Those look so yummy! Definitely going to have to give them a go. A question about the pectin….do you use it in all of your baked goods? Along with the xanthan gum? How much? Sorry for all the questions…I'm relatively new to gluten free and starting to branch out a little more.

    • I Am Gluten Free

      Hi kcmom2four – I would have to say yes – I use it in all of my baked goods, unless I forget, which I've been known to do. I've just seen an improvement in the texture and holding together of my baked goods since I started using it. I don't have textbook proof – just a sense that it makes a difference. Hope that helps! Good luck on your journey!


    • gfe–gluten free easily

      They look totally delicious, Ellen! :-) I'm a big believer in persistence … especially when there's a reward like this at the end. 😉


    • Tasty Eats At Home

      I'm really digging this recipe. Wow. Thanks so much for your persistence, so we can enjoy the benefits!

    • Stephanie

      I just saw a comment of yours on The WHOLE Gang about CSAs. When we lived out in Worcester, we were pretty happy with Many Hands Organic Farm. Check them out if they have spots available.

      Also, I wonder if agar agar would work in place of pectin? I have veg/kosher/unflavored/unsweetened gelatin at home, and keep thinking of adding it to recipes… or making marshmallows :)

    • Shelly

      Will the leftover scones store well in the freezer? I am only one person. I love to bake but I hate to throw away food. Thanks!

    • Maeve

      I am _so_ thrilled that these don't have a ton of sugar. I've mostly been able to suss out adjusting recipes for my needs (gluten-free, dairy-free, soy-free), but trying to reduce the sugar (I'm mostly sugar-free, too) in baked goods is just like a ticking time bomb. Thank you so much for a recipe that isn't sickeningly sweet. 😀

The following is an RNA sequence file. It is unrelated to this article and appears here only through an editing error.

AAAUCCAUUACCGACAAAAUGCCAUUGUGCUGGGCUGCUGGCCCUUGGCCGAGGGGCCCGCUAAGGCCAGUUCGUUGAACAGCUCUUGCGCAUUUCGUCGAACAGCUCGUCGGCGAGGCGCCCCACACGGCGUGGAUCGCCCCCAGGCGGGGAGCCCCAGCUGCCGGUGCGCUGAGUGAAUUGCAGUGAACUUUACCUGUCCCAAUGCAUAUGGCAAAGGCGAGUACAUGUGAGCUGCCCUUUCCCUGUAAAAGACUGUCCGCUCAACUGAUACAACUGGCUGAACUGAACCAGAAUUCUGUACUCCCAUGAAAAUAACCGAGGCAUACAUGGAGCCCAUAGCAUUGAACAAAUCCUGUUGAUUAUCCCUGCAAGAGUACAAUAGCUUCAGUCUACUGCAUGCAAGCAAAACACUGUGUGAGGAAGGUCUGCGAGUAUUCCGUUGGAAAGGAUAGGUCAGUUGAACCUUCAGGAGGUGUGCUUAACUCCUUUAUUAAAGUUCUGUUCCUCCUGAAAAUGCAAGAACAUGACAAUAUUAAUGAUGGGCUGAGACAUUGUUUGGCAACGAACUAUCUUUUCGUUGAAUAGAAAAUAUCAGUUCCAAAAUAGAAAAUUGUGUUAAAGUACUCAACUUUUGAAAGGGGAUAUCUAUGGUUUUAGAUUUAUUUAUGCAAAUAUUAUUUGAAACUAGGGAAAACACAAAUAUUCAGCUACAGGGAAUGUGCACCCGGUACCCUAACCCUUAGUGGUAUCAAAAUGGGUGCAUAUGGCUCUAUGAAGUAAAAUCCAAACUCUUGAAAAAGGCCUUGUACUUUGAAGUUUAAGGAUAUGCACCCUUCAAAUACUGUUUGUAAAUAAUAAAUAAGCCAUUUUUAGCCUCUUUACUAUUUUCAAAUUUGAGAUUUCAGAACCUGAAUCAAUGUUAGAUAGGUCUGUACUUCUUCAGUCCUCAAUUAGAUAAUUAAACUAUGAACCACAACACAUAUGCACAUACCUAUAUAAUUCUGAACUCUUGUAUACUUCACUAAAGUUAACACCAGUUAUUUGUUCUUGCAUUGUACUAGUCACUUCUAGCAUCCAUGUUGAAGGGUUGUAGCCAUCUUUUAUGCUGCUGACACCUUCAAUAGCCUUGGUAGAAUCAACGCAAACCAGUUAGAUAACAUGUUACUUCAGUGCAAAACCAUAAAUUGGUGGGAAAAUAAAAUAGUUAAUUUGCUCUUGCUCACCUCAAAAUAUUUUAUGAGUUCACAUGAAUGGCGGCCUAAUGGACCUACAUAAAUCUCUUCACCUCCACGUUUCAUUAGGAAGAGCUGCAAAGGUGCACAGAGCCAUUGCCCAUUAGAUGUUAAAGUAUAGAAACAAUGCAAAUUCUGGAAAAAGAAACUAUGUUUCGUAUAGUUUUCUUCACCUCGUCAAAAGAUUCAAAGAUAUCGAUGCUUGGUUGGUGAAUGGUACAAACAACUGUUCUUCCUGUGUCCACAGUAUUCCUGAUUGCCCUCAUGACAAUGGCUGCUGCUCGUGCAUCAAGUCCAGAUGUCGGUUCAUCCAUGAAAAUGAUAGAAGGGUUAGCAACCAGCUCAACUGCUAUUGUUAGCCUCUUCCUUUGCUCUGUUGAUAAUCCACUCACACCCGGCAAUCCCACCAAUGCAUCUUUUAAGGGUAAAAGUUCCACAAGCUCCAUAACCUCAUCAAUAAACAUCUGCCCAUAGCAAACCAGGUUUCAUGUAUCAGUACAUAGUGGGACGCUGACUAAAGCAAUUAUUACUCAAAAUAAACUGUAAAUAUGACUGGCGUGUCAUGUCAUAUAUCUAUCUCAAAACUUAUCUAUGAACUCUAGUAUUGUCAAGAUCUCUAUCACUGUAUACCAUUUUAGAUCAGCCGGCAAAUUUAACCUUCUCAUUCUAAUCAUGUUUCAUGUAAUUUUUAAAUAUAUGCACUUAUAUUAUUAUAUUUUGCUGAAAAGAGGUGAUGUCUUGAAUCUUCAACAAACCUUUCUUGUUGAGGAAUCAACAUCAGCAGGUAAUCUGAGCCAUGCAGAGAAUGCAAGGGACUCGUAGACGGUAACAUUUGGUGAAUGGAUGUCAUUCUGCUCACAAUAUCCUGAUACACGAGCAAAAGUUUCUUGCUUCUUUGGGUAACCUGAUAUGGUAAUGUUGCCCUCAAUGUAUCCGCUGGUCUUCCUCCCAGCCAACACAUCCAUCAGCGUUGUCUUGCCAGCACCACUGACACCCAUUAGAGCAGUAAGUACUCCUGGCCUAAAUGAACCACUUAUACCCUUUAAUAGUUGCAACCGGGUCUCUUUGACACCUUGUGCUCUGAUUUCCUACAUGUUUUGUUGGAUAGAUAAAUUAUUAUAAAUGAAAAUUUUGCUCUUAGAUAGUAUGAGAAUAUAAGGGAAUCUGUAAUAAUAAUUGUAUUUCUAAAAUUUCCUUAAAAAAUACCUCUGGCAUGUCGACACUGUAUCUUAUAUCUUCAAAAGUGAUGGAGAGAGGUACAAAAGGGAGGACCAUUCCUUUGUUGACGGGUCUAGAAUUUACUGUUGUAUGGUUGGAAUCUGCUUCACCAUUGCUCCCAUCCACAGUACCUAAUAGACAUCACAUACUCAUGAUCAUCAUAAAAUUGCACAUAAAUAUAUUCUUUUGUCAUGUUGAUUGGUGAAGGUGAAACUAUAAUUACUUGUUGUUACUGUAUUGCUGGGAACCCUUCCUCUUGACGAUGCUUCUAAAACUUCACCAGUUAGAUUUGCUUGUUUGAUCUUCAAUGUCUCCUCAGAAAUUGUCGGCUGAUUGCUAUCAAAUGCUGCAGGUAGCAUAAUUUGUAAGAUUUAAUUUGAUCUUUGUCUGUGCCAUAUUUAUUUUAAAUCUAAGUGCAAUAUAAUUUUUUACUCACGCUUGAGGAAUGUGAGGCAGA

As I can't do soy, do you think almond milk would work well enough? Or does it need to be thicker like the soy creamer?

    • dreaminitvegan

      My son would love these!

    • Sweet Pea 48

      These look fabulous! I will have to try them out.

    • Ryan Cumming

      These look delicious. I am going to make these in the morning and let you know how I did

    • kellyc4

      oh my goodness! These look amazing. I am so glad that your contest featured to peruse your recipes. I was just cleaning up my blogs I am following (way too many) and had missed your post that you moved. I am keeping on your list!!

    • Heidi

      I’m looking forward to trying this recipe but before I do I would love some advice on which egg replacer to use? Most recipes I have tried for biscuits end in a strong soda aftertaste. Thanks for any suggestions 😉